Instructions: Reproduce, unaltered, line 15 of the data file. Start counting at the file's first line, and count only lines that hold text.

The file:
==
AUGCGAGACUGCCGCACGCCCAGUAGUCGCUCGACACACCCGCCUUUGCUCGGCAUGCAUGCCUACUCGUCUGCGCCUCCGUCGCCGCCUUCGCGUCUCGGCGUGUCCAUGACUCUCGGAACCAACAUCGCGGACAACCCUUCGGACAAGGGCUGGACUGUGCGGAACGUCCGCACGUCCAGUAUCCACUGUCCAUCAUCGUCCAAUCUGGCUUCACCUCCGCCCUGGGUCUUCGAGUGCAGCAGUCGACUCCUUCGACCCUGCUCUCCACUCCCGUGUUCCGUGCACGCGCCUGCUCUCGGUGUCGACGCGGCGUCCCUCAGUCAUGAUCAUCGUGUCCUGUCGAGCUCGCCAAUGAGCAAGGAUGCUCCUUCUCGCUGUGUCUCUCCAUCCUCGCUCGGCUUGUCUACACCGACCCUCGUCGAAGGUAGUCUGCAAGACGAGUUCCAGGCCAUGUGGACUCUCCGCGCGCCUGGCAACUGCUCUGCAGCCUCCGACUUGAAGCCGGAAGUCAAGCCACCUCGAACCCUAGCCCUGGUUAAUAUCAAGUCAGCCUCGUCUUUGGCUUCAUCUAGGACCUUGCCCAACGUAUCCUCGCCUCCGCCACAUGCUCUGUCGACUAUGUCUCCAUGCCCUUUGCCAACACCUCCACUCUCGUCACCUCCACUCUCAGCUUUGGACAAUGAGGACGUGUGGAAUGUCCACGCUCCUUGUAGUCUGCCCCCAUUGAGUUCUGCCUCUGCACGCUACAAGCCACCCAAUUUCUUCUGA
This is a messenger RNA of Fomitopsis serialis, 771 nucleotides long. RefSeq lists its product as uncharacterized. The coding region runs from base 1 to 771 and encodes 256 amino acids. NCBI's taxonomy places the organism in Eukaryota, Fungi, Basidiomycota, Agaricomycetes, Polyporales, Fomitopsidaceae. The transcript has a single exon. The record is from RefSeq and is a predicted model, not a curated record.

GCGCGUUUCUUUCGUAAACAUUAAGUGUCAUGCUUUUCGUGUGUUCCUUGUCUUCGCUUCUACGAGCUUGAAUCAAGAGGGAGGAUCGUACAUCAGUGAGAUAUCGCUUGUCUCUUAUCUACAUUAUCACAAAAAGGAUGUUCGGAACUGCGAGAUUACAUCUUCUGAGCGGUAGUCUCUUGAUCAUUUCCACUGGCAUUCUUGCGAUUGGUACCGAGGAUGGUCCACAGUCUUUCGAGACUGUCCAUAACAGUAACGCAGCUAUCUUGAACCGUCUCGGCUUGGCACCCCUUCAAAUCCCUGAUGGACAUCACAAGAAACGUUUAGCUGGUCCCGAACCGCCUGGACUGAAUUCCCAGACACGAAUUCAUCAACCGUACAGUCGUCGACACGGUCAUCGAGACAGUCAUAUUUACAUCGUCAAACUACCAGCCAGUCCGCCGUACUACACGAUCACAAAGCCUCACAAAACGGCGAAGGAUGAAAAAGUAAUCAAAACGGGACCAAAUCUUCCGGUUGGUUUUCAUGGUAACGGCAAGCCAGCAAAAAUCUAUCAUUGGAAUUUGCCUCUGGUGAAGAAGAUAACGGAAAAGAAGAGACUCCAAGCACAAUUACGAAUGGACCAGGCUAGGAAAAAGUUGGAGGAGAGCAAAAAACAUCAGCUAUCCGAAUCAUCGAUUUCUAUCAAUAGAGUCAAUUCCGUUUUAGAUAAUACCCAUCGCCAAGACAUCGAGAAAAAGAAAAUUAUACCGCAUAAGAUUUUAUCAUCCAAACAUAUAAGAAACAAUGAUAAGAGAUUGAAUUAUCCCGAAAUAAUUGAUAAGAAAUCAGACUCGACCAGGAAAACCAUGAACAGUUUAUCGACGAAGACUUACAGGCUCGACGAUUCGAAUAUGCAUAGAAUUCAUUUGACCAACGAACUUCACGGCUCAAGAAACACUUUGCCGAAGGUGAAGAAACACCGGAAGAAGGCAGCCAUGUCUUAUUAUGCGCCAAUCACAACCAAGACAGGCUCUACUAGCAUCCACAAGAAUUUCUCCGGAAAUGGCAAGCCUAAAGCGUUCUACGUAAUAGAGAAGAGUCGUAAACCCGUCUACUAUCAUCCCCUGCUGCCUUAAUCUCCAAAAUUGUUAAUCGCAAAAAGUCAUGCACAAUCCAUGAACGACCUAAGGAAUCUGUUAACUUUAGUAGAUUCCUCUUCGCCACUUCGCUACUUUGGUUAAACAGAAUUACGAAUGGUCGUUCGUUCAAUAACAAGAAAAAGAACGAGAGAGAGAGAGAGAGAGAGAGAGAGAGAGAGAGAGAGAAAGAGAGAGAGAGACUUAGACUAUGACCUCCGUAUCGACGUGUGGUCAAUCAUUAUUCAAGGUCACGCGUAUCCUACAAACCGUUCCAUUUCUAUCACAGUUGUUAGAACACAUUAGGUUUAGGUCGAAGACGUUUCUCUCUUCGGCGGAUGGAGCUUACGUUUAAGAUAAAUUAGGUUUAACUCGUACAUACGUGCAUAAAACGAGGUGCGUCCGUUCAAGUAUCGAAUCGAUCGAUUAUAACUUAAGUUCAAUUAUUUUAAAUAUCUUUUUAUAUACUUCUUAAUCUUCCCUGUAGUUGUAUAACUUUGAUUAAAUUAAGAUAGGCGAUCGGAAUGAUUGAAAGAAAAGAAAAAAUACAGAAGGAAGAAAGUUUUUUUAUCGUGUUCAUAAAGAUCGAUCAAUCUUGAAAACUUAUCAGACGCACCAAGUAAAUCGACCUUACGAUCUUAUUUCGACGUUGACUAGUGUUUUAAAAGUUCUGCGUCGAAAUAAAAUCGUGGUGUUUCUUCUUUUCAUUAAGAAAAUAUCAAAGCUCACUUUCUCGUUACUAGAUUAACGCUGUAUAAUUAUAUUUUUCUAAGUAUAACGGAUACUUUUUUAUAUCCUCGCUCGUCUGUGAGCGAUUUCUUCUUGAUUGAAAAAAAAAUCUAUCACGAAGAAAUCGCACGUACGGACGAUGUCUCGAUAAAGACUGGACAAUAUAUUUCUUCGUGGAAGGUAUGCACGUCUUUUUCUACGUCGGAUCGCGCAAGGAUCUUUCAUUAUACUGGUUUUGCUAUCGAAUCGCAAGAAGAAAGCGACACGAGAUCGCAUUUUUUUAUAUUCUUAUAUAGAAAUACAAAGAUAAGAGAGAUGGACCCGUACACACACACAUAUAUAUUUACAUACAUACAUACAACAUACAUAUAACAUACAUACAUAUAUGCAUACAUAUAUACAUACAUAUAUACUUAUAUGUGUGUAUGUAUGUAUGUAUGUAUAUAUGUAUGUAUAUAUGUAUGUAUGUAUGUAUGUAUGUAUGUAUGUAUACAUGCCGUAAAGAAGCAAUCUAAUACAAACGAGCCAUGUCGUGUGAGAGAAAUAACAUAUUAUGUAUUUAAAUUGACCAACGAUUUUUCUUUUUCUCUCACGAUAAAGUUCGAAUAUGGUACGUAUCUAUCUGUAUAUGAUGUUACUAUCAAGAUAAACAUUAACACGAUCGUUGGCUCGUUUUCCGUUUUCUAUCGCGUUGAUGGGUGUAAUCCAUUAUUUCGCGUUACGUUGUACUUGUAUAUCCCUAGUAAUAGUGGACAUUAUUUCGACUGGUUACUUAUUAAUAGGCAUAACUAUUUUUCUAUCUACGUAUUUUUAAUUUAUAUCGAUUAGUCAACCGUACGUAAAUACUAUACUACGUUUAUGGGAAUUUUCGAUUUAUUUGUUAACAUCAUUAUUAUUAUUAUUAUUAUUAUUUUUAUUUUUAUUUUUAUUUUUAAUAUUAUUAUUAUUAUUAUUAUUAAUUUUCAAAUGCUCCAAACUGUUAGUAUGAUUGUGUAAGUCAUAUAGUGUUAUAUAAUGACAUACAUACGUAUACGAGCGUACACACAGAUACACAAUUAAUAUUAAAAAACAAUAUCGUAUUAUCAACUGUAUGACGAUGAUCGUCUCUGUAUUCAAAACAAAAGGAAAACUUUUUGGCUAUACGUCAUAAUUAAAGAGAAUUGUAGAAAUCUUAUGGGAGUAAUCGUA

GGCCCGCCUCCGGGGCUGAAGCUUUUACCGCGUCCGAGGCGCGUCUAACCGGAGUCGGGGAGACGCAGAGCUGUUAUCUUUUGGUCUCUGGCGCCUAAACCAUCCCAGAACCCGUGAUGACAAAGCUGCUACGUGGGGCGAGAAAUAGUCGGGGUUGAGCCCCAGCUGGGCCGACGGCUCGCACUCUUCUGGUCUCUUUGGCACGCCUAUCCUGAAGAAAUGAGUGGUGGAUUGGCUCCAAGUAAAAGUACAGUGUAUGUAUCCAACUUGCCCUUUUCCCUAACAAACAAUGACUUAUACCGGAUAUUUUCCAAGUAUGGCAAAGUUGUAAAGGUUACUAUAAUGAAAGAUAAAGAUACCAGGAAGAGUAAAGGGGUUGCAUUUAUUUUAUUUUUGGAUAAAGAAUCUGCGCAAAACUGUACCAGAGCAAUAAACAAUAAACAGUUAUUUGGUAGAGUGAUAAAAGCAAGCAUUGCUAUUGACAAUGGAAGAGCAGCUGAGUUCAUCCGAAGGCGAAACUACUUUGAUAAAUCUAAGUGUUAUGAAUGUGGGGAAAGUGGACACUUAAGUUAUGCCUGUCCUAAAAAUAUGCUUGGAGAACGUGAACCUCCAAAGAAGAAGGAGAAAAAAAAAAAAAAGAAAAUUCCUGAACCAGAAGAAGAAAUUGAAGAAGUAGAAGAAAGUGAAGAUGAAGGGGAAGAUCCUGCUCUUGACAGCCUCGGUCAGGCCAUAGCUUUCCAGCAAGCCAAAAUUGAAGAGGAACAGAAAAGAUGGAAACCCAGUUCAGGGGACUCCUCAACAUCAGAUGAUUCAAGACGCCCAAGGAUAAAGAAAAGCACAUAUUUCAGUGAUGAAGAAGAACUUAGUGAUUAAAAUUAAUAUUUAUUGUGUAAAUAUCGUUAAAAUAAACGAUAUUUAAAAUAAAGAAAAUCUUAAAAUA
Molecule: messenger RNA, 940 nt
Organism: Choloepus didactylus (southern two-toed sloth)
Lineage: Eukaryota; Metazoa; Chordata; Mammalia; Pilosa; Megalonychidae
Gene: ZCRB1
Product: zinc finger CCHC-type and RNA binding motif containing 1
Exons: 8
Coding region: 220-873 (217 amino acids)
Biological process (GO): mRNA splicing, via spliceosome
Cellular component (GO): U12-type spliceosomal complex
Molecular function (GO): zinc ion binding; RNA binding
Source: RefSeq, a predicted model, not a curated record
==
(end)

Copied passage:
Source: RefSeq, a predicted model, not a curated record